Regarding gravity, the Prosecutor has explained that it “includes an assessment of the scale, nature, and manner of commission of the crimes, and their impact, bearing in mind the potential cases that would be likely to arise from an investigation of the situation.”
Finally, “interests of justice” is a countervailing consideration. As the Prosecutor has explained it, the “Office must assess whether, taking into account the gravity of the crime and the interests of victims, there are nonetheless substantial reasons to believe that an investigation would not serve the interests of justice.” In a 2007 “Policy Paper on the Interests of Justice,” the Prosecutor made clear that this factor is exceedingly narrow and does not include the consideration of how an investigation might affect ongoing or future peace processes.
Laura Dickinson: How does the Prosecutor gather evidence in the preliminary examination phase?
Alex Whiting: During the preliminary examination phase that precedes a formal investigation, the Prosecutor has no formal investigative powers and must therefore rely only on information that is publicly available or provided voluntarily by governments, international organizations, or non-governmental organizations. The Office of the Prosecutor will often specifically engage all interested governments during this process, providing information about where the Office stands and seeking all relevant information that might bear on the decision about whether to proceed to the investigation phase. The Prosecutor has said that:
The goal is to collect all relevant information necessary to reach a fully informed determination of whether there is a reasonable basis to proceed with an investigation. If the Office is satisfied that all the criteria established by the Statute for this purpose are fulfilled, it has a legal duty to open an investigation into the situation.
Laura Dickinson: What likely triggered the Prosecutor’s decision to seek approval to commence a formal investigation?
Alex Whiting: Although the Prosecutor recognizes that it is obligatory to commence an investigation when all the statutory criteria are met, the OTP can exercise some discretion over the timing of this step. Preliminary examinations have ranged in duration from a few days (Libya) to more than 10 years (Afghanistan). Situations that are referred to the court by a State Party or the Security Council will typically move through the preliminary examination phase more quickly than when the prosecutor proceeds proprio motu, on her own authority, as in the Afghanistan situation.
The preliminary examination phase in the Afghanistan situation has been particularly extended because the Prosecutor says that her office faced challenges in collecting and seeking to verify information in light of the security situation in Afghanistan and the limited cooperation of the countries and groups involved. Although the Prosecutor says that her office “has been in contact with relevant governments and stakeholders, including the Government of Afghanistan and the governments of ISAF troop contributing countries,” she has not provided details about these interactions. In addition, the Prosecutor has undoubtedly delayed moving on Afghanistan in order to prioritize other, more promising investigations. It is not clear what triggered a decision to seek permission to start an investigation now; she likely concluded that at some point the statute requires that an investigation be opened and that she had collected sufficient information to warrant moving forward. The Prosecutor’s request to open the Afghanistan investigation is largely based on publicly-available information. With respect to the allegations of torture by U.S. personnel, she primarily relies on reports of U.S. congressional investigations, in particular the Senate Select Committee on Intelligence Report on the Central Intelligence Agency’s Detention and Interrogation Program.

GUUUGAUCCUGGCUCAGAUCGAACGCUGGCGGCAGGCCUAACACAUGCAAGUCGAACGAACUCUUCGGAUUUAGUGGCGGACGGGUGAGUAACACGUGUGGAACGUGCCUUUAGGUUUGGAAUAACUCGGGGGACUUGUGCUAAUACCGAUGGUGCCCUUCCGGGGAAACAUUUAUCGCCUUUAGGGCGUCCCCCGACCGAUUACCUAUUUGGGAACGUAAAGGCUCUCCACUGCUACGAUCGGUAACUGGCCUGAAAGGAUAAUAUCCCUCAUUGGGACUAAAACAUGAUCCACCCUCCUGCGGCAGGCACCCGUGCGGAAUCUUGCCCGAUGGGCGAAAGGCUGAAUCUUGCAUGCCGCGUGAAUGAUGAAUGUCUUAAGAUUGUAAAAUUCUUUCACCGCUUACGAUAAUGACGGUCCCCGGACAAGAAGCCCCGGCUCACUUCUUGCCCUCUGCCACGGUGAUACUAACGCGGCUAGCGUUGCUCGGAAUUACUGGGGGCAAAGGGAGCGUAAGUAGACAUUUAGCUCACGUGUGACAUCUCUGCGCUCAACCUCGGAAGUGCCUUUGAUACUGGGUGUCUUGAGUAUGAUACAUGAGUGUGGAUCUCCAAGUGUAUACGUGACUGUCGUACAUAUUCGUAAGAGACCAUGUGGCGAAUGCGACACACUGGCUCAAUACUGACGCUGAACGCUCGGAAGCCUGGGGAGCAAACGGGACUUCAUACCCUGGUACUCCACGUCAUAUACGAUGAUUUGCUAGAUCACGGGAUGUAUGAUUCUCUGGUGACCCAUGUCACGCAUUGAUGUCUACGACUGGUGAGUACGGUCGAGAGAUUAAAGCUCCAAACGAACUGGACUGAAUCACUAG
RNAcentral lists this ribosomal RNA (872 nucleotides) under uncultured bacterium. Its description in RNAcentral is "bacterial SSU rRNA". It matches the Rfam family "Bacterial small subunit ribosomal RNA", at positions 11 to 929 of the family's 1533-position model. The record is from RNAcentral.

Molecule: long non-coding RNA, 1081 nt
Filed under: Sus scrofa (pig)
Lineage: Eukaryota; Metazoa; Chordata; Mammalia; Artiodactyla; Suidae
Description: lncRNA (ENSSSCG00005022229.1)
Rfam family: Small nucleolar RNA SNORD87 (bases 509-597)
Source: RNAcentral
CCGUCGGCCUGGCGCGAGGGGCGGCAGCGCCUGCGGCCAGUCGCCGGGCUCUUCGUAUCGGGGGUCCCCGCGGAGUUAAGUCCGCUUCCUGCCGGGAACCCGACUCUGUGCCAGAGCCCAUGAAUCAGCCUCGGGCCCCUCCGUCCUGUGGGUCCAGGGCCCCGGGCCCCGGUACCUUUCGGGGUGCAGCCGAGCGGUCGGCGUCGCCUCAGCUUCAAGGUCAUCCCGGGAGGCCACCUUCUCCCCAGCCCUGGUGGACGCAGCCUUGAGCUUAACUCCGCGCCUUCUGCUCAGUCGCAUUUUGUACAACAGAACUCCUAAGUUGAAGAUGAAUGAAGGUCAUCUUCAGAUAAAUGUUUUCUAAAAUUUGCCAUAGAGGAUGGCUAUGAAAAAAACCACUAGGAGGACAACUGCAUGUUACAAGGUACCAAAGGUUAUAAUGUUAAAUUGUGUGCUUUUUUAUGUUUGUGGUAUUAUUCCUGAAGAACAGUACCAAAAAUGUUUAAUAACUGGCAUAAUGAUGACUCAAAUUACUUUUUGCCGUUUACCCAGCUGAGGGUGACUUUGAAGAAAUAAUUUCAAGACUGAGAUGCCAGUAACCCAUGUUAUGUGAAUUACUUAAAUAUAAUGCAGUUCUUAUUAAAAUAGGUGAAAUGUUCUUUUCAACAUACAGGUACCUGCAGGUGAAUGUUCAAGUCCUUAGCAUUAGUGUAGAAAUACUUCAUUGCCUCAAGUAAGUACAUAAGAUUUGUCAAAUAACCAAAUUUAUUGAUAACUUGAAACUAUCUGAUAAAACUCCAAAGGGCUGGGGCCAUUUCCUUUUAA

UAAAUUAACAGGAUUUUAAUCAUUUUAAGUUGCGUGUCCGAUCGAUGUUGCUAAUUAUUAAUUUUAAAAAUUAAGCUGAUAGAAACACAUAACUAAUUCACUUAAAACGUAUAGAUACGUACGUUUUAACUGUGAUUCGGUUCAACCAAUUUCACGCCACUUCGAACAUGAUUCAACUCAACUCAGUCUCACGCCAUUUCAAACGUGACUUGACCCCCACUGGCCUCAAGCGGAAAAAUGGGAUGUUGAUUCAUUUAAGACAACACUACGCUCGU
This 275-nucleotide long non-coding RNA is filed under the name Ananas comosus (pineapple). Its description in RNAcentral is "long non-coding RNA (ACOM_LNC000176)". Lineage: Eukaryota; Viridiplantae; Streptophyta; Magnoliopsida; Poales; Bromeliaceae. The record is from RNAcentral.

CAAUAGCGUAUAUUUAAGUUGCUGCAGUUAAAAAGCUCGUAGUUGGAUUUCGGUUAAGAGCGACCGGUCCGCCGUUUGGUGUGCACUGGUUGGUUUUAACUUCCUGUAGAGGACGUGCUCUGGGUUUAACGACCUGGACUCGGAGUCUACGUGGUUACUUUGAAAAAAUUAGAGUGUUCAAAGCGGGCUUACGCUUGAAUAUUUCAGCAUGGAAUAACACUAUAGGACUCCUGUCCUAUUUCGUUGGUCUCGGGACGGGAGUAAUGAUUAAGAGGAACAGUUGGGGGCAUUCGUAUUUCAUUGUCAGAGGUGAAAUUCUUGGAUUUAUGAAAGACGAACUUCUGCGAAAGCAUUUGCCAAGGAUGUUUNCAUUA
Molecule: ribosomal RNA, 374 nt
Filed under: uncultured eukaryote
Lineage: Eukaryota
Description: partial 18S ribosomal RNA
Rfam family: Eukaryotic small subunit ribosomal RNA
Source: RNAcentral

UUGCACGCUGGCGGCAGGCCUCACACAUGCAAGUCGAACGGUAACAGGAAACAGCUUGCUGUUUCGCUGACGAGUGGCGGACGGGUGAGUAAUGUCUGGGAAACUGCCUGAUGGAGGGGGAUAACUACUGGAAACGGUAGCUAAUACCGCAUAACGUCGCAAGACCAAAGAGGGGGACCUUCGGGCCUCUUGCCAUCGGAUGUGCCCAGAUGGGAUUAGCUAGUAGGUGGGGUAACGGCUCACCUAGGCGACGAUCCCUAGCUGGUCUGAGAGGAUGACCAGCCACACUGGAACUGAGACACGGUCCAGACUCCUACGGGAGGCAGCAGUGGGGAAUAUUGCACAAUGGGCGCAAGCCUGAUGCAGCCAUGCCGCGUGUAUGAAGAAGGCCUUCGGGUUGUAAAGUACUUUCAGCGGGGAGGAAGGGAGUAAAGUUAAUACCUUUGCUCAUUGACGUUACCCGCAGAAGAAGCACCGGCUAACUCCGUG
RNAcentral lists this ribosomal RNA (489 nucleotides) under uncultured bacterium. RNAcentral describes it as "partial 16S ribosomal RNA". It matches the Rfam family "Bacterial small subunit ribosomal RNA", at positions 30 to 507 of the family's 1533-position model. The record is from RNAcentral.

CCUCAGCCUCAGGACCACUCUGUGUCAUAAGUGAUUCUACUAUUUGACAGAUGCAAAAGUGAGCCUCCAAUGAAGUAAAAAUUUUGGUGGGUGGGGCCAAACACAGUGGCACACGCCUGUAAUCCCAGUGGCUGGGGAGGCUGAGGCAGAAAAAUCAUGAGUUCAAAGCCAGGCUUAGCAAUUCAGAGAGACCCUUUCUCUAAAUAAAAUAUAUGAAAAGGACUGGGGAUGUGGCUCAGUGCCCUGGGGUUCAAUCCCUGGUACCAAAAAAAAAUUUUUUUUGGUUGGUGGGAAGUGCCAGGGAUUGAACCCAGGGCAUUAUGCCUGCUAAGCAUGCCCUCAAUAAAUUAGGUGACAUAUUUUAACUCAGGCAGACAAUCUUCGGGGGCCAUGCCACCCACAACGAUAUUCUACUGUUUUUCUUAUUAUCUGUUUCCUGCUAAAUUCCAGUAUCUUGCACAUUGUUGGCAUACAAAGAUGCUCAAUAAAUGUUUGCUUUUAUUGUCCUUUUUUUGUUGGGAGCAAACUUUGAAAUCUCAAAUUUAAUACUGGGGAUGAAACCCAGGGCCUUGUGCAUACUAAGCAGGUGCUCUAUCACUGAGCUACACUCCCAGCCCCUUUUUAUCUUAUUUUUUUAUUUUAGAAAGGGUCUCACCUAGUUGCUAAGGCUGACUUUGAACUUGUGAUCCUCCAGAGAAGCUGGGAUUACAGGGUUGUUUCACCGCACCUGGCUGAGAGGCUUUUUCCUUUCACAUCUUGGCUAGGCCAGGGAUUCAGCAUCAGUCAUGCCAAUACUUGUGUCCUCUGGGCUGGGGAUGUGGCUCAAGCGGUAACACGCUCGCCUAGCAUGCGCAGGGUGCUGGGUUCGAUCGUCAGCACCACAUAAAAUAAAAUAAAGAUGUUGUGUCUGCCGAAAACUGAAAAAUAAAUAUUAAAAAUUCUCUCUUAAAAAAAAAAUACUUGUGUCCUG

Laura Dickinson: How was the Pre-trial Chamber formed and selected?
Alex Whiting: Before filing her request to commence an investigation in Afghanistan, the Prosecutor informed the Presidency of the ICC that she intended to take this step, and in turn the president selected three judges from the Pre-Trial Chamber to consider the Prosecutor’s filing: Judges Antoine Kesia-Mbe Mindua (the Democratic Republic of the Congo), Chang-ho Chung (Korea), and Raul C. Pangalangan (Philippines). The judges then elected Judge Mindua to be the presiding judge of the chamber.